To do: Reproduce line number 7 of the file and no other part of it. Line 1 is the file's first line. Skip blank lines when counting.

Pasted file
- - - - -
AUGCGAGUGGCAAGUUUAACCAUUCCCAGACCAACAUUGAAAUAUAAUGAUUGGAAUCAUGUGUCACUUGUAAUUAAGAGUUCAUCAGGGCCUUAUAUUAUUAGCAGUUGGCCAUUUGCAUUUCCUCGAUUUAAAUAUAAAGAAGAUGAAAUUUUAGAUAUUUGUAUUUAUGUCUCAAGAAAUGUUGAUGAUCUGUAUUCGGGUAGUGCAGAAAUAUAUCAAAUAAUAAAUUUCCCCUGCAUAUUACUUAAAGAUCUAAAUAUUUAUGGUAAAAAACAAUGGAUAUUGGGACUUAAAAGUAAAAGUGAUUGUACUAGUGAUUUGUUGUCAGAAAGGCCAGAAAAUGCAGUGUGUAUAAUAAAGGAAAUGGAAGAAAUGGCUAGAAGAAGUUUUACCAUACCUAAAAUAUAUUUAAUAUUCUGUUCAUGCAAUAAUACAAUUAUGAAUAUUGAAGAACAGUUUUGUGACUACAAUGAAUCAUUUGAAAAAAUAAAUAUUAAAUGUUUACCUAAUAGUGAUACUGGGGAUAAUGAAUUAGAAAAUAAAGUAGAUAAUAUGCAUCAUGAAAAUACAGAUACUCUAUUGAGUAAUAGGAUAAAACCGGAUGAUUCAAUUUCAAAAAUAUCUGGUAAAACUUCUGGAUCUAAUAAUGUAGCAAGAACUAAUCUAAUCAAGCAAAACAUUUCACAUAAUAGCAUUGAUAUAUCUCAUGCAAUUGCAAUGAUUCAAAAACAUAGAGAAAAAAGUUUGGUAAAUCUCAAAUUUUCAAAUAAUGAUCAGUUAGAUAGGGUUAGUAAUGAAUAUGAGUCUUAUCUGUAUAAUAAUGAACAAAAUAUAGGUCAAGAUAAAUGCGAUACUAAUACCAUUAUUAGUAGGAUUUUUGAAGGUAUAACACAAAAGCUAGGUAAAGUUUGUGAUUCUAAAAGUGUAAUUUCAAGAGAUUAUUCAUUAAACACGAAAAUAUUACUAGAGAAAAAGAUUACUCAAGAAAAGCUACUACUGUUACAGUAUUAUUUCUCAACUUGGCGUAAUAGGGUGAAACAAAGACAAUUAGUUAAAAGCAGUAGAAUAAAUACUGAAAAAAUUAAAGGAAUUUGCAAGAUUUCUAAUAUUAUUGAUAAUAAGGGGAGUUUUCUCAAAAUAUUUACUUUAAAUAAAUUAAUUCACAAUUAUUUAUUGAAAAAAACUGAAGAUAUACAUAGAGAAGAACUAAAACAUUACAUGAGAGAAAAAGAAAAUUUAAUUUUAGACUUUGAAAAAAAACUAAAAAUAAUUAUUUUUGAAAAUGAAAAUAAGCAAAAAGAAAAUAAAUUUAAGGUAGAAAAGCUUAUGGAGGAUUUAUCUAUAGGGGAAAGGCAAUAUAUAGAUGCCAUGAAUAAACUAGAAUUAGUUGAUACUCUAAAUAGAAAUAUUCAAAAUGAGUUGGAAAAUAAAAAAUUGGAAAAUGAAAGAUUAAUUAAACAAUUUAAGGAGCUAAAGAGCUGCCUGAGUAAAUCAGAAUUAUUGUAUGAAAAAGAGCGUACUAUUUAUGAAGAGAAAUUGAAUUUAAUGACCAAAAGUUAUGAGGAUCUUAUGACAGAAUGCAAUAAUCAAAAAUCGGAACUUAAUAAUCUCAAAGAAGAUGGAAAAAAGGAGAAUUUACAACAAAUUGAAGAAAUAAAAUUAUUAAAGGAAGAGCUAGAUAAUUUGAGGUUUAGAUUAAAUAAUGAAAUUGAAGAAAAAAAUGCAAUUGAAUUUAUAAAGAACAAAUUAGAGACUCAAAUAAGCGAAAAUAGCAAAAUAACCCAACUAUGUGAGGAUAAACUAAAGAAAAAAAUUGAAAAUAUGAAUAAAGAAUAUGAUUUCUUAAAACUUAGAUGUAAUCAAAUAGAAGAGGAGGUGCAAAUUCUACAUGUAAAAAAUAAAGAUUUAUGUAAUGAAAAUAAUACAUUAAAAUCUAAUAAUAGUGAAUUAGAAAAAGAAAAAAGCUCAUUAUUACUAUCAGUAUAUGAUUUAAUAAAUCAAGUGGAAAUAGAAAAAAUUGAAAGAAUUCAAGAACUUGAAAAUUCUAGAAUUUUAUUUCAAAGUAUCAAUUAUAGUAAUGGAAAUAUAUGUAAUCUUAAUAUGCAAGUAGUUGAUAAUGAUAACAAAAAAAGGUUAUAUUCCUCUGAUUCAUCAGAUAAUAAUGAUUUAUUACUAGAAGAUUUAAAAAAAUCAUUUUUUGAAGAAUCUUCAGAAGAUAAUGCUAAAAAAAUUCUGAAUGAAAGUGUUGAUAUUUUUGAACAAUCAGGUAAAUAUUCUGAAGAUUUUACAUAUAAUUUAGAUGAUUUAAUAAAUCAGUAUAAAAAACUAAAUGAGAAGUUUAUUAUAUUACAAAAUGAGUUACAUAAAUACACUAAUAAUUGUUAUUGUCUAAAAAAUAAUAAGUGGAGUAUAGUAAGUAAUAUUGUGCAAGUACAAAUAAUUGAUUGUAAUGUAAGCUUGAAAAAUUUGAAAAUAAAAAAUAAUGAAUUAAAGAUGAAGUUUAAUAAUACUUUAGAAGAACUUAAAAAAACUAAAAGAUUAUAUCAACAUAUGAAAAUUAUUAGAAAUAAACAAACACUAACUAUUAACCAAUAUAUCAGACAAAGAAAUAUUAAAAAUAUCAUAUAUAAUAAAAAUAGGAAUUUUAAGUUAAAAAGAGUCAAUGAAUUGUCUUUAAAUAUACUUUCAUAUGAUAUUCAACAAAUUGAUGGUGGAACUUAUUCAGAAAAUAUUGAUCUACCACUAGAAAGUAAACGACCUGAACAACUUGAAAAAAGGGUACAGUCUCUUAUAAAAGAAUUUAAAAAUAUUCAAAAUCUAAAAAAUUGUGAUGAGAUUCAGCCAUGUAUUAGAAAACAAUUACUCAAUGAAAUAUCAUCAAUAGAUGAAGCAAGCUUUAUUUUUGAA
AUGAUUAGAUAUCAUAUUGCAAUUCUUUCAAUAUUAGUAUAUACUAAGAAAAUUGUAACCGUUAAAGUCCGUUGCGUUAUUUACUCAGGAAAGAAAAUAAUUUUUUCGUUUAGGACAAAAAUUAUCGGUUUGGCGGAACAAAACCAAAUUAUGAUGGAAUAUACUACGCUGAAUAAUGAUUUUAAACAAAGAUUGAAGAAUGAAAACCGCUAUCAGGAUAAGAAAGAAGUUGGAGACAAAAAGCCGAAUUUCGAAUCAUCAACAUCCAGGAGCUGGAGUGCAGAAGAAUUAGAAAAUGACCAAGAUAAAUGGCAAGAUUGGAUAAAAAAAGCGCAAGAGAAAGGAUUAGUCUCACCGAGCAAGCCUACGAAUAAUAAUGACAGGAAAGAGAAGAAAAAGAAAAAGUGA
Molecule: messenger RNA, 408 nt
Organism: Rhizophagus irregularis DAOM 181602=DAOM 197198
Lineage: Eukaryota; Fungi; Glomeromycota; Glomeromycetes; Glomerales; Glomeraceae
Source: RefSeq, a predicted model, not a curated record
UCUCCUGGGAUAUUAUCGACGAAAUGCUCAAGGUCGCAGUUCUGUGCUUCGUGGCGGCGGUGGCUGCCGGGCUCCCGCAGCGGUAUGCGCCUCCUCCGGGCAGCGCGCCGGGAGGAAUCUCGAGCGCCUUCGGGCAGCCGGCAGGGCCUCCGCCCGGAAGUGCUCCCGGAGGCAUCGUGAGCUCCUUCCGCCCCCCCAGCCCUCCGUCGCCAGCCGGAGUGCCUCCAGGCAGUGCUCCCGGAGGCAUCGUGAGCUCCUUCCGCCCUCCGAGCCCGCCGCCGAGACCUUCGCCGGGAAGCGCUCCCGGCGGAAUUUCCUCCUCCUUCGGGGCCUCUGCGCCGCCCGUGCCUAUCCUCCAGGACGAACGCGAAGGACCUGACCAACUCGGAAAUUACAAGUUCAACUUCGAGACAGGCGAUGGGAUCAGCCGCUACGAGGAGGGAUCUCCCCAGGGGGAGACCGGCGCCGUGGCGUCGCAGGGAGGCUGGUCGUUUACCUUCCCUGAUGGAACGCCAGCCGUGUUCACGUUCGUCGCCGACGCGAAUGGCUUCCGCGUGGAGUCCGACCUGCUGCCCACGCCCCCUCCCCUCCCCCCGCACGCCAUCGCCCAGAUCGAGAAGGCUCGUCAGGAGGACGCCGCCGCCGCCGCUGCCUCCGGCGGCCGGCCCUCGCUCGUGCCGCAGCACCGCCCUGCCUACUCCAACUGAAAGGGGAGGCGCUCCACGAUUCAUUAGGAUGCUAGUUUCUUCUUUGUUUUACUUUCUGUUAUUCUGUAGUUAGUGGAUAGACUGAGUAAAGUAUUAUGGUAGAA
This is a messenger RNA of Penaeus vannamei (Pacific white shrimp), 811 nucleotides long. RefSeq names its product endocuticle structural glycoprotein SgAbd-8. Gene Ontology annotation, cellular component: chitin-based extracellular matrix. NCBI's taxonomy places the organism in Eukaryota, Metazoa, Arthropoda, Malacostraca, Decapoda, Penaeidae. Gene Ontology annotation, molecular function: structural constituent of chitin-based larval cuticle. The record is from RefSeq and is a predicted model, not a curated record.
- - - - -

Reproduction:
UCUCCUGGGAUAUUAUCGACGAAAUGCUCAAGGUCGCAGUUCUGUGCUUCGUGGCGGCGGUGGCUGCCGGGCUCCCGCAGCGGUAUGCGCCUCCUCCGGGCAGCGCGCCGGGAGGAAUCUCGAGCGCCUUCGGGCAGCCGGCAGGGCCUCCGCCCGGAAGUGCUCCCGGAGGCAUCGUGAGCUCCUUCCGCCCCCCCAGCCCUCCGUCGCCAGCCGGAGUGCCUCCAGGCAGUGCUCCCGGAGGCAUCGUGAGCUCCUUCCGCCCUCCGAGCCCGCCGCCGAGACCUUCGCCGGGAAGCGCUCCCGGCGGAAUUUCCUCCUCCUUCGGGGCCUCUGCGCCGCCCGUGCCUAUCCUCCAGGACGAACGCGAAGGACCUGACCAACUCGGAAAUUACAAGUUCAACUUCGAGACAGGCGAUGGGAUCAGCCGCUACGAGGAGGGAUCUCCCCAGGGGGAGACCGGCGCCGUGGCGUCGCAGGGAGGCUGGUCGUUUACCUUCCCUGAUGGAACGCCAGCCGUGUUCACGUUCGUCGCCGACGCGAAUGGCUUCCGCGUGGAGUCCGACCUGCUGCCCACGCCCCCUCCCCUCCCCCCGCACGCCAUCGCCCAGAUCGAGAAGGCUCGUCAGGAGGACGCCGCCGCCGCCGCUGCCUCCGGCGGCCGGCCCUCGCUCGUGCCGCAGCACCGCCCUGCCUACUCCAACUGAAAGGGGAGGCGCUCCACGAUUCAUUAGGAUGCUAGUUUCUUCUUUGUUUUACUUUCUGUUAUUCUGUAGUUAGUGGAUAGACUGAGUAAAGUAUUAUGGUAGAA